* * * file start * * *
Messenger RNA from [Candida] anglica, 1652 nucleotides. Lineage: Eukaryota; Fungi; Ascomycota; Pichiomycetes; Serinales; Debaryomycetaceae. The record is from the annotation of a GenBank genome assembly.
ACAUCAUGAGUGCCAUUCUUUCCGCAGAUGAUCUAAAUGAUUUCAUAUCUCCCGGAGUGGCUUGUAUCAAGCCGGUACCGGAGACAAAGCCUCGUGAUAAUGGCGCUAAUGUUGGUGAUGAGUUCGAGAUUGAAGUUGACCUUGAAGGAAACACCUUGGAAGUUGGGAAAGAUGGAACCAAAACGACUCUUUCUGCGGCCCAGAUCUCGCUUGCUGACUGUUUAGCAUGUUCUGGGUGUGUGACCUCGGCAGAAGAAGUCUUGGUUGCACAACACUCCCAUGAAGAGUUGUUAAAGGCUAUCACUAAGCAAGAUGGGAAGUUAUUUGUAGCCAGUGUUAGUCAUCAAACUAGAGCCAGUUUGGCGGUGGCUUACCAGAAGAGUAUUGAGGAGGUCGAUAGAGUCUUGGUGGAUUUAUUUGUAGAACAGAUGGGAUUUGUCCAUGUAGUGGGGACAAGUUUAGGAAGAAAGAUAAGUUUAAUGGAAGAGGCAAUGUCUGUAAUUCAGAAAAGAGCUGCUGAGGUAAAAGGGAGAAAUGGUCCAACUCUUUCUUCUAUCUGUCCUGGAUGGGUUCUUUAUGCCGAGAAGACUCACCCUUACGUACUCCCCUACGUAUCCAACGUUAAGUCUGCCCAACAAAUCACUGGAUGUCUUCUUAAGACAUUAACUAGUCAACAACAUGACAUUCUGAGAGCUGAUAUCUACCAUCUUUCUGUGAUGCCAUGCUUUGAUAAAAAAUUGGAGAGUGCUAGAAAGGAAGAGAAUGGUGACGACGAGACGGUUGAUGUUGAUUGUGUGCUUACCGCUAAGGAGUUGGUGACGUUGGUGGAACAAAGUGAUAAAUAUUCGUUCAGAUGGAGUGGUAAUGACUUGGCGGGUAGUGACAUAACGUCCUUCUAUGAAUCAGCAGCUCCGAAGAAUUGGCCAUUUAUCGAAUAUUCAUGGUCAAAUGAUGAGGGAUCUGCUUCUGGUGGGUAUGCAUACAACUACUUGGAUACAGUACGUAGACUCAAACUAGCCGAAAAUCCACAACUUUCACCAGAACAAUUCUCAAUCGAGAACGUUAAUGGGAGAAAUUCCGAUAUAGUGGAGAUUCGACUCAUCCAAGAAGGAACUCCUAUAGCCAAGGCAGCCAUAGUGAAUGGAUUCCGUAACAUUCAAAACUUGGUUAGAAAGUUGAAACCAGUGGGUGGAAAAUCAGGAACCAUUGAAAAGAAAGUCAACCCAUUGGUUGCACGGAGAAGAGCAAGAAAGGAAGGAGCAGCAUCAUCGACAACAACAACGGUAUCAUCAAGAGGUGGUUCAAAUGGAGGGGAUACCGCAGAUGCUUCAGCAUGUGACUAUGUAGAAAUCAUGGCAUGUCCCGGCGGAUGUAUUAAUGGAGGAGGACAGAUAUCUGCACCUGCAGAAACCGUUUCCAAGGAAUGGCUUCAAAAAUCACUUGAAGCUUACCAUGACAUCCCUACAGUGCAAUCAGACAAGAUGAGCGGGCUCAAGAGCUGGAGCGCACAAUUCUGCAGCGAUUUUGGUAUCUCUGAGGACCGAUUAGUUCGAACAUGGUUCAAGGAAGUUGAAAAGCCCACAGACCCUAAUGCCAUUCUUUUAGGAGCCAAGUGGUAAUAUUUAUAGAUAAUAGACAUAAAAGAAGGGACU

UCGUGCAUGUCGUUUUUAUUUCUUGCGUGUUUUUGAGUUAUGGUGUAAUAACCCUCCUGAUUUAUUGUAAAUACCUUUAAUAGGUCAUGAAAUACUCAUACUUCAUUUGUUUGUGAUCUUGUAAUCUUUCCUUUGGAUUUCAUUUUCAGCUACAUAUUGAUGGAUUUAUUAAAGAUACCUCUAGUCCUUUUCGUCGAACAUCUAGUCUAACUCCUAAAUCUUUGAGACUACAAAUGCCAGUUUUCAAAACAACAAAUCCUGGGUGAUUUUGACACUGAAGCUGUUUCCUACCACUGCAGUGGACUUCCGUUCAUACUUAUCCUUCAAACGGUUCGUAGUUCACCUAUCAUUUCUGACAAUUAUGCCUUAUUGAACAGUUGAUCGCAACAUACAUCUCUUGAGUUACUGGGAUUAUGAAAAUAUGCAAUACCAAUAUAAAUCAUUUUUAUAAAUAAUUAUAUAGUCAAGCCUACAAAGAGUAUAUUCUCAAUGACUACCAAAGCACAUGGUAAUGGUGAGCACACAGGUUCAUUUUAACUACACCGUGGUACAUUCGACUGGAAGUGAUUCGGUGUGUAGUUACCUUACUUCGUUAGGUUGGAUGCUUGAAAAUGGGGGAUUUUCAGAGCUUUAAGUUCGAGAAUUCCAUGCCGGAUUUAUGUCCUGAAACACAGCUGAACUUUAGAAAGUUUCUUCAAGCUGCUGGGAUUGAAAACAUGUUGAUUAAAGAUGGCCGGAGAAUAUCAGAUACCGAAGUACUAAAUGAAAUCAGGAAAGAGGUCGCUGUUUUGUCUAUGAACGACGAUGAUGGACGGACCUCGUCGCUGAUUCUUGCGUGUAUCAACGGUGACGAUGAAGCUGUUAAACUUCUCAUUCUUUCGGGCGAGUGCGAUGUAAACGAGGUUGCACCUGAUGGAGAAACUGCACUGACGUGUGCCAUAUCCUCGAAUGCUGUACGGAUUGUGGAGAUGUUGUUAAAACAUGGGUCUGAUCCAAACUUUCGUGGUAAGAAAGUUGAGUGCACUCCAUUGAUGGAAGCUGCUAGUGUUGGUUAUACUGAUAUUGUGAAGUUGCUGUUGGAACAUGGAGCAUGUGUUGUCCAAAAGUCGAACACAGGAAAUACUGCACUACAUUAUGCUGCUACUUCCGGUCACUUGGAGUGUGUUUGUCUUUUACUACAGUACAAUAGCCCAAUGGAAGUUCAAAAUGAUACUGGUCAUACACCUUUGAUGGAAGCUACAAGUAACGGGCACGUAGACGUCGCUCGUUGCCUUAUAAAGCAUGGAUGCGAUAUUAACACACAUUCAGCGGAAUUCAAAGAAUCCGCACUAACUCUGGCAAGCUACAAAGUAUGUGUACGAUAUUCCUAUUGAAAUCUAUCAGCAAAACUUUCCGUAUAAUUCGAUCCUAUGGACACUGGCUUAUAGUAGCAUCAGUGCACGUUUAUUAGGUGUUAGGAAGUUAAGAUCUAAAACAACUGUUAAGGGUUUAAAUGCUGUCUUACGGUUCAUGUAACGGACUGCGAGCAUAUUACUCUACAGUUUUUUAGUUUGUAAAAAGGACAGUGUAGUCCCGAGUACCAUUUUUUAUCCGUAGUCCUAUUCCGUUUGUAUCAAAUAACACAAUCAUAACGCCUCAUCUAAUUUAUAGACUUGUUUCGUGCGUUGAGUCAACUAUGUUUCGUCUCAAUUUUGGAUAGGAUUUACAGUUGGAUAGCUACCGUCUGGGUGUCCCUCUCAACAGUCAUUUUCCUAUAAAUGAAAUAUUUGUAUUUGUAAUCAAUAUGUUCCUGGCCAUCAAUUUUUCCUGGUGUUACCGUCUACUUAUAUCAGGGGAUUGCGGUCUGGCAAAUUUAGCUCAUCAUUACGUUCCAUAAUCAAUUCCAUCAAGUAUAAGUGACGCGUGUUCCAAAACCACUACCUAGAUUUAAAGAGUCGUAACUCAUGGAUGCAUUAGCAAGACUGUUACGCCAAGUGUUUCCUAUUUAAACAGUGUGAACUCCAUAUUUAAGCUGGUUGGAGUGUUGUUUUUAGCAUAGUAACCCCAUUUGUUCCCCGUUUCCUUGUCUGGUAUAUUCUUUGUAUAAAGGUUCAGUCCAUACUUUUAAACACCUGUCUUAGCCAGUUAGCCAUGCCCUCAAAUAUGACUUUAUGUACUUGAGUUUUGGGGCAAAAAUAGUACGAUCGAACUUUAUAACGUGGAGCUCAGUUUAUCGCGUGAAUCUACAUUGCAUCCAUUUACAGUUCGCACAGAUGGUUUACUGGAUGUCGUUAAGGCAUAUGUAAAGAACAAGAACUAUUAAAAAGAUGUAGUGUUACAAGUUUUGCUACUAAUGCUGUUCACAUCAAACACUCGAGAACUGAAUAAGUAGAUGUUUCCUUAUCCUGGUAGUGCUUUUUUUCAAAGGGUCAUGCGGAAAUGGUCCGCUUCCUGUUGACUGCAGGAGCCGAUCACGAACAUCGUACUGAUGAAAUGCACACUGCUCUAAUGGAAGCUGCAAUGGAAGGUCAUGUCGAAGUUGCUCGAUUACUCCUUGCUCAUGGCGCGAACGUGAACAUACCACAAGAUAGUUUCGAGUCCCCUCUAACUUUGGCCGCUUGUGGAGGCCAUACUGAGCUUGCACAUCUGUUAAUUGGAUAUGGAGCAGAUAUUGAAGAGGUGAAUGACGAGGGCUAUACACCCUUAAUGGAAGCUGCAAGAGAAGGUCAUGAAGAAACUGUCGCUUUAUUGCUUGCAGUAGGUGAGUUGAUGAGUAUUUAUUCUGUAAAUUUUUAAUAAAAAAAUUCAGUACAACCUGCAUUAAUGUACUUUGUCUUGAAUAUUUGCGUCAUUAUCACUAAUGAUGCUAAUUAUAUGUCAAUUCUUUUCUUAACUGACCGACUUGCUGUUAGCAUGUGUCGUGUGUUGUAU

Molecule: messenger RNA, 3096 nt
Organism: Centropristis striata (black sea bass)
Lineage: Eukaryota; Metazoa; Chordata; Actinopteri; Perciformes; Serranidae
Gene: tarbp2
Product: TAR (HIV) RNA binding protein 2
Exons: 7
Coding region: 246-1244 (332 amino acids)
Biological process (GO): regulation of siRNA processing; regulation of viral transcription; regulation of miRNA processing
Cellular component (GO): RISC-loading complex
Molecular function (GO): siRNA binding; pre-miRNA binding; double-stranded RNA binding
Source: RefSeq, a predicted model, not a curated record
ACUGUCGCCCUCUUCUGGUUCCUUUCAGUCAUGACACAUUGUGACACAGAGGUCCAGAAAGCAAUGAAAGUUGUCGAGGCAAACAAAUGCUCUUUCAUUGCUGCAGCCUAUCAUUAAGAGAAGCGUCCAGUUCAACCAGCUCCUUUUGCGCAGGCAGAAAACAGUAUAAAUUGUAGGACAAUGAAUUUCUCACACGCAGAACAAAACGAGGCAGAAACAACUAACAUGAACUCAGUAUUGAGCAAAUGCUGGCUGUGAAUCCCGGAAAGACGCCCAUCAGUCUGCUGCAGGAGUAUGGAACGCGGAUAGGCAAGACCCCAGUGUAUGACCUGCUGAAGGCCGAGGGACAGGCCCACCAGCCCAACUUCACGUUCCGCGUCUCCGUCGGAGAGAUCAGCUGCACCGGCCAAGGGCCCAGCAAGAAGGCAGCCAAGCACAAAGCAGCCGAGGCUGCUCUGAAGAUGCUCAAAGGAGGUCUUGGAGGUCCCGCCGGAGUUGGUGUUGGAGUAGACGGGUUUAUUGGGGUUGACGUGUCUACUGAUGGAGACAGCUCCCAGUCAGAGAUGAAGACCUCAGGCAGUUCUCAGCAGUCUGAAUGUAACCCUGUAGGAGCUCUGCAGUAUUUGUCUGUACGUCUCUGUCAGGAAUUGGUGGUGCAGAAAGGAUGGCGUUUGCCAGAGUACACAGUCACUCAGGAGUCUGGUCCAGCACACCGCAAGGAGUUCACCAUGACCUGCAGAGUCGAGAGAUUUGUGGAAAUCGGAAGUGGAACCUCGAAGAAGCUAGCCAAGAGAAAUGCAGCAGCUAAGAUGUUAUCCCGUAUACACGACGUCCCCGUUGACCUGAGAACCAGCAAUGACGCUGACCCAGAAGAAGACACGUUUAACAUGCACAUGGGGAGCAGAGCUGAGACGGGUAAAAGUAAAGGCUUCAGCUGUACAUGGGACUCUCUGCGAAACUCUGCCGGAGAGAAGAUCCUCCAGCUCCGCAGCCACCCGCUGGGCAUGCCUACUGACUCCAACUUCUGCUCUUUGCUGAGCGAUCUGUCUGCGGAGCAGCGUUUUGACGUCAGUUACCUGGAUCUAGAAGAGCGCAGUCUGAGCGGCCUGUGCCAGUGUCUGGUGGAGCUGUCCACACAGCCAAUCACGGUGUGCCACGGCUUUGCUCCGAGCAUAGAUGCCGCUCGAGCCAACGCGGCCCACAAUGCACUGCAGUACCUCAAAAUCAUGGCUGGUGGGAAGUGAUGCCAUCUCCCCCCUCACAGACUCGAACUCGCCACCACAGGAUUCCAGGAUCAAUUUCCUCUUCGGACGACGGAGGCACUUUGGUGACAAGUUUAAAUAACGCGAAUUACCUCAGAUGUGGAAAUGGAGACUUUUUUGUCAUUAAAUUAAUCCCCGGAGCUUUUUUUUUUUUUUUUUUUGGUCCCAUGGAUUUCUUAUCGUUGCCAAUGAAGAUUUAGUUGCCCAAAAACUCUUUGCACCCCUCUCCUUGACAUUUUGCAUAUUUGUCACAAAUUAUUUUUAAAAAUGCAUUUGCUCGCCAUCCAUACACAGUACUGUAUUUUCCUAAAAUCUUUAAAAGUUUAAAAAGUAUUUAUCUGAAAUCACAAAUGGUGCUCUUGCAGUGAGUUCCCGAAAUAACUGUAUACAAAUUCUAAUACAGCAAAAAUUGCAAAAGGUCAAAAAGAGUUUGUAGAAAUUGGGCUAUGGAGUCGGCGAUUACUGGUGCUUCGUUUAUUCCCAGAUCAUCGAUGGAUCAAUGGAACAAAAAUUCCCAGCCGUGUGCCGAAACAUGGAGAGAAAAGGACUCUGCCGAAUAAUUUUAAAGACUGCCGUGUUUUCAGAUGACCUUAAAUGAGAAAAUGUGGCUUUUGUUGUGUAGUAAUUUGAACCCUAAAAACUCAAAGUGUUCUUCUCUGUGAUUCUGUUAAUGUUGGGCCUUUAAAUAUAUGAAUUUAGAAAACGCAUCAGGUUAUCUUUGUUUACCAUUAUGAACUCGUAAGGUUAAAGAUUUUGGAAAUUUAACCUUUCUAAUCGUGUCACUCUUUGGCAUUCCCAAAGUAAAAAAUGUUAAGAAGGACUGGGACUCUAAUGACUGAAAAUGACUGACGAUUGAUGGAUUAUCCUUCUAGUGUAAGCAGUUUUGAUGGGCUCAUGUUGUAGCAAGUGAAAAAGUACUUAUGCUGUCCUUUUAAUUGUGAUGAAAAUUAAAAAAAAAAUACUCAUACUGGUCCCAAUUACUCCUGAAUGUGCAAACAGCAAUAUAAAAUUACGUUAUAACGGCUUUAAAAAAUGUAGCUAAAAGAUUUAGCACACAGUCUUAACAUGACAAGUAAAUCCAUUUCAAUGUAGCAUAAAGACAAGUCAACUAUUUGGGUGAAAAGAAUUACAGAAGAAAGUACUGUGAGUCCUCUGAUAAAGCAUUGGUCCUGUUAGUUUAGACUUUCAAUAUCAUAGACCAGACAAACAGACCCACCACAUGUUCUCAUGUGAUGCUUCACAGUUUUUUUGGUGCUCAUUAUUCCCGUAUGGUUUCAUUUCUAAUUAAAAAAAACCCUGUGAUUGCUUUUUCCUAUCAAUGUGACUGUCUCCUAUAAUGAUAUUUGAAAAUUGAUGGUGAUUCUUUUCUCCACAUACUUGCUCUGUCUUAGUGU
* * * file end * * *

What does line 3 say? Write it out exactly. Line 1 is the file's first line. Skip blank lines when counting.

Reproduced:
UCGUGCAUGUCGUUUUUAUUUCUUGCGUGUUUUUGAGUUAUGGUGUAAUAACCCUCCUGAUUUAUUGUAAAUACCUUUAAUAGGUCAUGAAAUACUCAUACUUCAUUUGUUUGUGAUCUUGUAAUCUUUCCUUUGGAUUUCAUUUUCAGCUACAUAUUGAUGGAUUUAUUAAAGAUACCUCUAGUCCUUUUCGUCGAACAUCUAGUCUAACUCCUAAAUCUUUGAGACUACAAAUGCCAGUUUUCAAAACAACAAAUCCUGGGUGAUUUUGACACUGAAGCUGUUUCCUACCACUGCAGUGGACUUCCGUUCAUACUUAUCCUUCAAACGGUUCGUAGUUCACCUAUCAUUUCUGACAAUUAUGCCUUAUUGAACAGUUGAUCGCAACAUACAUCUCUUGAGUUACUGGGAUUAUGAAAAUAUGCAAUACCAAUAUAAAUCAUUUUUAUAAAUAAUUAUAUAGUCAAGCCUACAAAGAGUAUAUUCUCAAUGACUACCAAAGCACAUGGUAAUGGUGAGCACACAGGUUCAUUUUAACUACACCGUGGUACAUUCGACUGGAAGUGAUUCGGUGUGUAGUUACCUUACUUCGUUAGGUUGGAUGCUUGAAAAUGGGGGAUUUUCAGAGCUUUAAGUUCGAGAAUUCCAUGCCGGAUUUAUGUCCUGAAACACAGCUGAACUUUAGAAAGUUUCUUCAAGCUGCUGGGAUUGAAAACAUGUUGAUUAAAGAUGGCCGGAGAAUAUCAGAUACCGAAGUACUAAAUGAAAUCAGGAAAGAGGUCGCUGUUUUGUCUAUGAACGACGAUGAUGGACGGACCUCGUCGCUGAUUCUUGCGUGUAUCAACGGUGACGAUGAAGCUGUUAAACUUCUCAUUCUUUCGGGCGAGUGCGAUGUAAACGAGGUUGCACCUGAUGGAGAAACUGCACUGACGUGUGCCAUAUCCUCGAAUGCUGUACGGAUUGUGGAGAUGUUGUUAAAACAUGGGUCUGAUCCAAACUUUCGUGGUAAGAAAGUUGAGUGCACUCCAUUGAUGGAAGCUGCUAGUGUUGGUUAUACUGAUAUUGUGAAGUUGCUGUUGGAACAUGGAGCAUGUGUUGUCCAAAAGUCGAACACAGGAAAUACUGCACUACAUUAUGCUGCUACUUCCGGUCACUUGGAGUGUGUUUGUCUUUUACUACAGUACAAUAGCCCAAUGGAAGUUCAAAAUGAUACUGGUCAUACACCUUUGAUGGAAGCUACAAGUAACGGGCACGUAGACGUCGCUCGUUGCCUUAUAAAGCAUGGAUGCGAUAUUAACACACAUUCAGCGGAAUUCAAAGAAUCCGCACUAACUCUGGCAAGCUACAAAGUAUGUGUACGAUAUUCCUAUUGAAAUCUAUCAGCAAAACUUUCCGUAUAAUUCGAUCCUAUGGACACUGGCUUAUAGUAGCAUCAGUGCACGUUUAUUAGGUGUUAGGAAGUUAAGAUCUAAAACAACUGUUAAGGGUUUAAAUGCUGUCUUACGGUUCAUGUAACGGACUGCGAGCAUAUUACUCUACAGUUUUUUAGUUUGUAAAAAGGACAGUGUAGUCCCGAGUACCAUUUUUUAUCCGUAGUCCUAUUCCGUUUGUAUCAAAUAACACAAUCAUAACGCCUCAUCUAAUUUAUAGACUUGUUUCGUGCGUUGAGUCAACUAUGUUUCGUCUCAAUUUUGGAUAGGAUUUACAGUUGGAUAGCUACCGUCUGGGUGUCCCUCUCAACAGUCAUUUUCCUAUAAAUGAAAUAUUUGUAUUUGUAAUCAAUAUGUUCCUGGCCAUCAAUUUUUCCUGGUGUUACCGUCUACUUAUAUCAGGGGAUUGCGGUCUGGCAAAUUUAGCUCAUCAUUACGUUCCAUAAUCAAUUCCAUCAAGUAUAAGUGACGCGUGUUCCAAAACCACUACCUAGAUUUAAAGAGUCGUAACUCAUGGAUGCAUUAGCAAGACUGUUACGCCAAGUGUUUCCUAUUUAAACAGUGUGAACUCCAUAUUUAAGCUGGUUGGAGUGUUGUUUUUAGCAUAGUAACCCCAUUUGUUCCCCGUUUCCUUGUCUGGUAUAUUCUUUGUAUAAAGGUUCAGUCCAUACUUUUAAACACCUGUCUUAGCCAGUUAGCCAUGCCCUCAAAUAUGACUUUAUGUACUUGAGUUUUGGGGCAAAAAUAGUACGAUCGAACUUUAUAACGUGGAGCUCAGUUUAUCGCGUGAAUCUACAUUGCAUCCAUUUACAGUUCGCACAGAUGGUUUACUGGAUGUCGUUAAGGCAUAUGUAAAGAACAAGAACUAUUAAAAAGAUGUAGUGUUACAAGUUUUGCUACUAAUGCUGUUCACAUCAAACACUCGAGAACUGAAUAAGUAGAUGUUUCCUUAUCCUGGUAGUGCUUUUUUUCAAAGGGUCAUGCGGAAAUGGUCCGCUUCCUGUUGACUGCAGGAGCCGAUCACGAACAUCGUACUGAUGAAAUGCACACUGCUCUAAUGGAAGCUGCAAUGGAAGGUCAUGUCGAAGUUGCUCGAUUACUCCUUGCUCAUGGCGCGAACGUGAACAUACCACAAGAUAGUUUCGAGUCCCCUCUAACUUUGGCCGCUUGUGGAGGCCAUACUGAGCUUGCACAUCUGUUAAUUGGAUAUGGAGCAGAUAUUGAAGAGGUGAAUGACGAGGGCUAUACACCCUUAAUGGAAGCUGCAAGAGAAGGUCAUGAAGAAACUGUCGCUUUAUUGCUUGCAGUAGGUGAGUUGAUGAGUAUUUAUUCUGUAAAUUUUUAAUAAAAAAAUUCAGUACAACCUGCAUUAAUGUACUUUGUCUUGAAUAUUUGCGUCAUUAUCACUAAUGAUGCUAAUUAUAUGUCAAUUCUUUUCUUAACUGACCGACUUGCUGUUAGCAUGUGUCGUGUGUUGUAU